Peanut (Arachis hypogaea L) or groundnut is an important component of cropping systems of smallholder farmers in West Africa. Peanut seed is a primary source of protein and oil for human populations in this region. In addition, vegetative biomass (haulm) and shells are important animal feed and source of supplementary income during the dry season. The productivity of peanut in Ghana and other developing countries in West Africa is very low (∼ 1000 kg pod ha−1) compared to Asia (1800 kg ha−1), Argentina (2500 kg ha−1) and United States of America (3400 kg ha−1) (FAO, 2006). Lower productivity of peanut in West Africa is attributed to biotic factors (mainly foliar diseases) and abiotic factors such as nutrient deficiencies and water stress.
Among the foliar diseases of peanut, early leaf spot caused by Cercospora arachidicola Hori and late leaf spot caused by Phaeoisariopsis personata (Berk. & Curtis) Arx = Cercosporidium personatum (Berk. & Curtis) Deighton are the most commonly occurring diseases. Leaf spot diseases are routinely epidemic on peanut grown in the tropical and subtropical regions of the world including Africa, South America and Southeast Asia causing yield losses to the extent of 50–75% (Waliyar, 1991; Subrahmanyam and Hilderbrand, 1997; Waliyar et al., 2000). Peanut crops in West Africa are grown under rain-fed conditions and farmers in this region do not apply fungicides or fertilizers to peanut crops. Farmers usually attribute leaf defoliation to maturing of the crop, and yield loss from foliar diseases is not recognized. Fungicide use is not a common practice in developing countries of this region partly because of lack of resources and lack of awareness of the extent of economic and yield benefits from application of fungicide. Applications of fungicides have shown yield improvement in Ghana (Naab et al., 2005). Studies under on-farm conditions are limited in Ghana or other parts of West Africa. Data on yield benefits under on-farm studies should be quantified to bring awareness to agricultural communities, and to improve access to capital resources to demonstrate that fungicide application can be economically viable with greater returns. Farmers should be participants in the research program to better understand the yield limiting factors in their fields and for adaptation of technologies from the on-station tests. Thus, it is important to conduct on-farm tests to identify factors responsible for lower yields and to motivate farmers to adopt new technologies to improve yields and economic returns from their small landholdings.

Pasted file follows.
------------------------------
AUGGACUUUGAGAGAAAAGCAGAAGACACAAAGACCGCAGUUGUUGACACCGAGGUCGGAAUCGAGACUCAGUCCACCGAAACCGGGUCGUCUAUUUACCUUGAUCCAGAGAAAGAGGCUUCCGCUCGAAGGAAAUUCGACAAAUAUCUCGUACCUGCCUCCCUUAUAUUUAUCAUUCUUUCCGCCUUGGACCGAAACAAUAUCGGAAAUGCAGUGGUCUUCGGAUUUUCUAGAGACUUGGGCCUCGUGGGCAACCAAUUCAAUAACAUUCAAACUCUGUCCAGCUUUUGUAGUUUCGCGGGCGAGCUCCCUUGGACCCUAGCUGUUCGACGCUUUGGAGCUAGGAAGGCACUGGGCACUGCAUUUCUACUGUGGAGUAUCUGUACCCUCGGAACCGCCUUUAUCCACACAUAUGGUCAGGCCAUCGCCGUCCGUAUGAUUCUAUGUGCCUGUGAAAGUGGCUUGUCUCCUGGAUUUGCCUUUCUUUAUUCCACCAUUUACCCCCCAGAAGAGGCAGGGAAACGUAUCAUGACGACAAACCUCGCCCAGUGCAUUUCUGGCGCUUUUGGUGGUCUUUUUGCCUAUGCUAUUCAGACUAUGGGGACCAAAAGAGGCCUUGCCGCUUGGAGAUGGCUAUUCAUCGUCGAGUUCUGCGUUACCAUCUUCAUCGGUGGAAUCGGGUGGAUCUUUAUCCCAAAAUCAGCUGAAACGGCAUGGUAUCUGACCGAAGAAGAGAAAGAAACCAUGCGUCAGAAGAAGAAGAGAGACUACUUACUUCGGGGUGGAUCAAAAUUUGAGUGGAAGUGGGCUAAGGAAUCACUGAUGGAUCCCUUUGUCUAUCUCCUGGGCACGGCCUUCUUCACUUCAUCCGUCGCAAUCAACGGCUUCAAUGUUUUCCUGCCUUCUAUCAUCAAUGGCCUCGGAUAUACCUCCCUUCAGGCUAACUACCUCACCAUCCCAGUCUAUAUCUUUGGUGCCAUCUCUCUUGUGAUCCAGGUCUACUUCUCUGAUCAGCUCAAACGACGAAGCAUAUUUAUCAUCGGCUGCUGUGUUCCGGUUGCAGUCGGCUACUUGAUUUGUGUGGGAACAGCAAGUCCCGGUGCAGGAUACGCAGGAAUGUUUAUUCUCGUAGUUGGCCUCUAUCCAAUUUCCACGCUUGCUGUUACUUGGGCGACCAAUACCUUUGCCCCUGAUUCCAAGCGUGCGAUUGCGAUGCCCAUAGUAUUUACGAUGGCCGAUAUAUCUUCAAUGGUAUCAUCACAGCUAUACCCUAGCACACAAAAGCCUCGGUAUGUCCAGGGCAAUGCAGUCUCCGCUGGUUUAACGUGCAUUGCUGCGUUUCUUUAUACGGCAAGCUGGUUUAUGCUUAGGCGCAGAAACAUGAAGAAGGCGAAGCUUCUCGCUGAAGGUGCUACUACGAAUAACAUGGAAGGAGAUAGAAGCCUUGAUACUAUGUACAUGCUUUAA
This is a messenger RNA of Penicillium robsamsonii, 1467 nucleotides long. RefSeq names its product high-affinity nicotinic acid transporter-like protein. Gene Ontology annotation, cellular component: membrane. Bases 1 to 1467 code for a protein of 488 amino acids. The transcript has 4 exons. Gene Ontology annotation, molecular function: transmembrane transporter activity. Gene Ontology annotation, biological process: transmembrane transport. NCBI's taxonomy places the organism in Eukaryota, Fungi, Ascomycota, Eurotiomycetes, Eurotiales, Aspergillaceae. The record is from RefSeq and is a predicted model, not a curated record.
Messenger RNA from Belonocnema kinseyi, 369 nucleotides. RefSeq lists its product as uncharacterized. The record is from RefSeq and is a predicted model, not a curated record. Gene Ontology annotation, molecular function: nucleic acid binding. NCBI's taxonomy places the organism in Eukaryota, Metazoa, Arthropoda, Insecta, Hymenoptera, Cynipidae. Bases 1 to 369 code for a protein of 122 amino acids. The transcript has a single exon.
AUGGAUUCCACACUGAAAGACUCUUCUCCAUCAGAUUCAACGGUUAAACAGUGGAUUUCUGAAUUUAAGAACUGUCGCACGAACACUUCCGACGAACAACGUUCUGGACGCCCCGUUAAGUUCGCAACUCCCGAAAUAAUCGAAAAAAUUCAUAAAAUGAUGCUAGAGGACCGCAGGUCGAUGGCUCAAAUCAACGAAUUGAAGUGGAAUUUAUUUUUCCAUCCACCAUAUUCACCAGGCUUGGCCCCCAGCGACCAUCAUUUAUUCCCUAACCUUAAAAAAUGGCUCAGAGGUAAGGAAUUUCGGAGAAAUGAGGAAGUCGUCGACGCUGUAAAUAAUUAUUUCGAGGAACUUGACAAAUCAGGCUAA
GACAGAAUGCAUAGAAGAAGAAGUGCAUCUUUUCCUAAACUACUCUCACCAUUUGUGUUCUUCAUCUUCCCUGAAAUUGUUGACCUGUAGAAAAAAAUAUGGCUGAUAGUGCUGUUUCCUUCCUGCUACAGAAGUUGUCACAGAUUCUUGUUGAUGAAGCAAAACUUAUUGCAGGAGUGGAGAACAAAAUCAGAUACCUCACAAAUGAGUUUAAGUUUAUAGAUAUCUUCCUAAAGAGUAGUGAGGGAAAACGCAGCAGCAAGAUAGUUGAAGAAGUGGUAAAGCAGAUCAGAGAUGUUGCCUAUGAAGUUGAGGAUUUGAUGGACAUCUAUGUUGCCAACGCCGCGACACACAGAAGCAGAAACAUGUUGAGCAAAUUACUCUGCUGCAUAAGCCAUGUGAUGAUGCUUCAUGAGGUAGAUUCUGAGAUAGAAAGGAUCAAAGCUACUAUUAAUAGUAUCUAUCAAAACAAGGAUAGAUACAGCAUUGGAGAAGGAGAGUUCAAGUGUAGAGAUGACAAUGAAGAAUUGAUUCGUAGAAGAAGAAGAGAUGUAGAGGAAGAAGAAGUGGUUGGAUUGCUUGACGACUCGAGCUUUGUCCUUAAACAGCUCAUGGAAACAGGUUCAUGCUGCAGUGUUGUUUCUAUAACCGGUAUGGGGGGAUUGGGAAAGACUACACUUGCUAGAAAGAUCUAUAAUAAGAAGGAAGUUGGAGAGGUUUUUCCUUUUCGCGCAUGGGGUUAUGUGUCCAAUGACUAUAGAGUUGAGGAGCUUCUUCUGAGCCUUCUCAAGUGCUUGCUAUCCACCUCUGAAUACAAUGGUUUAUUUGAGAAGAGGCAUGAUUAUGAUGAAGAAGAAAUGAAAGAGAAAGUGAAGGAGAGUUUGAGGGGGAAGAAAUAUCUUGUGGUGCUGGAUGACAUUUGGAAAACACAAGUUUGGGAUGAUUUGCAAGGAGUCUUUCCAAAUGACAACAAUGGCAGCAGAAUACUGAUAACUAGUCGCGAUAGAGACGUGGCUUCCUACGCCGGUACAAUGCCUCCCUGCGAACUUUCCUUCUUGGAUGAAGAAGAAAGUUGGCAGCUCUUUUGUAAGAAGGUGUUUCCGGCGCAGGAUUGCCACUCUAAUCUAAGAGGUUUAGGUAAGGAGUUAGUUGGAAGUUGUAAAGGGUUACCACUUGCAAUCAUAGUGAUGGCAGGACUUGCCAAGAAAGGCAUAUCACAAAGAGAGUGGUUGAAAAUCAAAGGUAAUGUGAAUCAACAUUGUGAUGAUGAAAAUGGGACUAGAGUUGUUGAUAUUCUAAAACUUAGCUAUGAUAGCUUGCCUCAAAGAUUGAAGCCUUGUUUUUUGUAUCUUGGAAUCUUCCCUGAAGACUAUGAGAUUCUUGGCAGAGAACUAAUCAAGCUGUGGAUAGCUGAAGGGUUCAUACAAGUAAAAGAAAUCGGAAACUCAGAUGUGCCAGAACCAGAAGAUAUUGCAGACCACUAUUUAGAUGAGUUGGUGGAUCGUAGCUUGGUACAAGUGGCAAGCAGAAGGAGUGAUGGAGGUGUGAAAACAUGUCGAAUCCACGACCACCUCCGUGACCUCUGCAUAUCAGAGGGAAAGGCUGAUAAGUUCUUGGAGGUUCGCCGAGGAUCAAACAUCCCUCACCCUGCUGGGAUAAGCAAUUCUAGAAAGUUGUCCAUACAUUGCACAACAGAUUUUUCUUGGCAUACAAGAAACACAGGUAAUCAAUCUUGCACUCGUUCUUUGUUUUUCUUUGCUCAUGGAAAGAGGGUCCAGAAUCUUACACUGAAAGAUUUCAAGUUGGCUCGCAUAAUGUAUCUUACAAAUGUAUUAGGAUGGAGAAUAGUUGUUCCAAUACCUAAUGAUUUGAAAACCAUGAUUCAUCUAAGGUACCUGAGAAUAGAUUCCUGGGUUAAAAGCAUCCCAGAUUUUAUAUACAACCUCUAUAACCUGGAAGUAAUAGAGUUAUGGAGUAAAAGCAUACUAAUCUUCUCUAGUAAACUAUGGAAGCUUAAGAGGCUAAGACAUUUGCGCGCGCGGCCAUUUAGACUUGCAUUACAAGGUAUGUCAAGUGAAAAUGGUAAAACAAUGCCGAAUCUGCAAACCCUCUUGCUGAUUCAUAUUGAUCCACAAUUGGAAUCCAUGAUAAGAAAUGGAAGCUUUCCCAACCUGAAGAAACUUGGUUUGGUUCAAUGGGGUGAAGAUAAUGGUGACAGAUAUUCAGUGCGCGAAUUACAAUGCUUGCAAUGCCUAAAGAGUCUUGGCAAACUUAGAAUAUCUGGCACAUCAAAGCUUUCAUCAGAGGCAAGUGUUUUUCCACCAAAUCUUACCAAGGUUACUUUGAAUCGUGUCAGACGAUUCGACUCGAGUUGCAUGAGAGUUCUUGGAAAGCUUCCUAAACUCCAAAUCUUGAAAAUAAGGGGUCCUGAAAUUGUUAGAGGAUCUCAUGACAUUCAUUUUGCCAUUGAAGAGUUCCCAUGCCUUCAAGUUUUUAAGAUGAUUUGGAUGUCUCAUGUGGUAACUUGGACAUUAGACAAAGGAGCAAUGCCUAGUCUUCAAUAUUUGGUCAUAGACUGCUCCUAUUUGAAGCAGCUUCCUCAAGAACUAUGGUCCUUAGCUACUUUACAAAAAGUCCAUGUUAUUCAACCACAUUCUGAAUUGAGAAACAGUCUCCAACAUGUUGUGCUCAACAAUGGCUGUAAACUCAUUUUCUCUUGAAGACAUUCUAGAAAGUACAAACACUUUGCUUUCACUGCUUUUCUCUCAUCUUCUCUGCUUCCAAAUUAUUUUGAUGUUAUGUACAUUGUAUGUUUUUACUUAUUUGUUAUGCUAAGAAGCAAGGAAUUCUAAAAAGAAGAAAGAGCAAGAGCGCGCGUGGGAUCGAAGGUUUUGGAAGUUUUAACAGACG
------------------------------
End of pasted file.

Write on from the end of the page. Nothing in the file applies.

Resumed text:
Nutrient management is an important component of cropping systems. Phosphorus (P) nutrition is essential for improving productivity of smallholder agriculture in sub-Saharan Africa (Snapp, 1998). On a global scale, P is probably the most deficient element for peanut production (Gascho and Davis, 1995). About 60% of African soils are moderately to severely deficient in P (Buresh et al., 1997). In most of the developing countries in West Africa including Ghana, fertilizer use is minimal to nonexistent among small farmers. Peanut crops require large quantities of P, Ca and S for pod and seed development and oil quality. Single super phosphate (SSP) is the most commonly available fertilizer that contains 8% P, 21% Ca and 12% S, all of which are important nutrients for peanut. Considering the availability and high cost of gypsum and S application in West Africa, SSP would be most advantageous. It is essential to demonstrate the benefits of SSP in on-station conditions as well as on-farm conditions of small resource-poor farmers under rainfed-conditions to sustain peanut production in West Africa.
The objectives of our research were to quantify yield losses due to disease and to demonstrate the influence of fungicides and SSP fertilizer application on severity of leaf spot, dry matter production and pod yield of peanut crops grown in on-station and on-farm conditions in Northern Ghana, which is representative of the important peanut producing regions of West Africa.
Materials and Methods
On-station experiments were conducted at the Savanna Agricultural Research Institute farm at Wa (10°N lat., 2°92′ W long., and 184 m altitude). The soil at the experimental site was broadly classified as Ferric lixisol (FAO) or Alfisol (USDA). Soil was a sandy loam (79% sand, 11% clay) with pH of 6.2 (1∶2 soil∶water ratio), bulk density of 1.45 g cm−3, and available P of 5.9 mg kg−1 and exchangeable Ca of 1.5 cmol kg−1. Soil available P was estimated by Bray I method and exchangeable Ca was extracted by 1 N ammonium nitrate followed by measurement with flame photometer. Minimum and maximum air temperatures and rainfall data for the crop growing seasons during 2002 and 2003 are given in Fig. 1.
There were four P fertilizer levels [i.e. 0 (control), 30, 60 and 90 kg P ha−1) supplied by application of SSP] and two fungicide treatments (no-fungicide control and fungicide sprayed), laid out in a randomized complete block design with four replications.
Crop management practices during 2002 and 2003 were similar except the selected site was different in both years. Peanut cultivar Chinese (90-d duration) was sown on 10 June 2002 and 19 June 2003 on a flatbed (flat non-bedded or non-raised) system with spacing of 50 cm between rows and 10 cm between plants. Gap filling was done 7 d after emergence to maintain uniform population. Fertilizer (SSP) was broadcast and incorporated in the soil at a depth of 15 cm using an animal drawn plough at the time of sowing.
The crop was kept weed free by manual weeding using hand hoes. Fungicide treated plots were sprayed with tebuconazole (Folicur 3.6 @ 0.22 kg a.i. ha−1) four times at 14 d intervals starting from 28 d after sowing (DAS) using a back mounted 15-L knapsack sprayer. Spray volume was 150 L ha−1. The crop was harvested at about 90 d after sowing.
At harvest maturity, samples from the inner 2 rows (8 m2) were collected and all the plants were separated into component parts (leaves, stems, and pods). Haulms (leaves and stems) were oven dried for 7 d at 60°C and data on dry weights were recorded. The pods were sun-dried and shelled by hand to obtain seed yields.
On-farm tests were conducted on farmers' fields in the villages of Nakor and Piisi in 2002, and Nakor, Piisi and Janguassi in 2003. In Nakor trials were conducted on six different farmers' fields (i.e. 6 replications), while in Piisi there were five fields and in Janguassi there were 11 fields. On-farm tests were laid out using a randomized complete block design with farmers' fields as replicates. The soil in farmers' fields was a sandy loam (about 77% sand and 8% clay), with soil pH ranging from 6.5 to 7.5, available P in the range of 2.7 to 6.8 mg kg−1 (average 5 mg kg−1) and soil Ca in the range of 1.5 to 2.4 cmol kg−1 (average 2 cmol kg−1). There were three treatments in each field: (i) farmers practice (control, no-fungicide and no-fertilizer), (ii) only fungicide, and (iii) combination of both fungicide and P fertilizer (60 kg ha−1). The net plot area of each treatment was 25 m by 2 m in each field.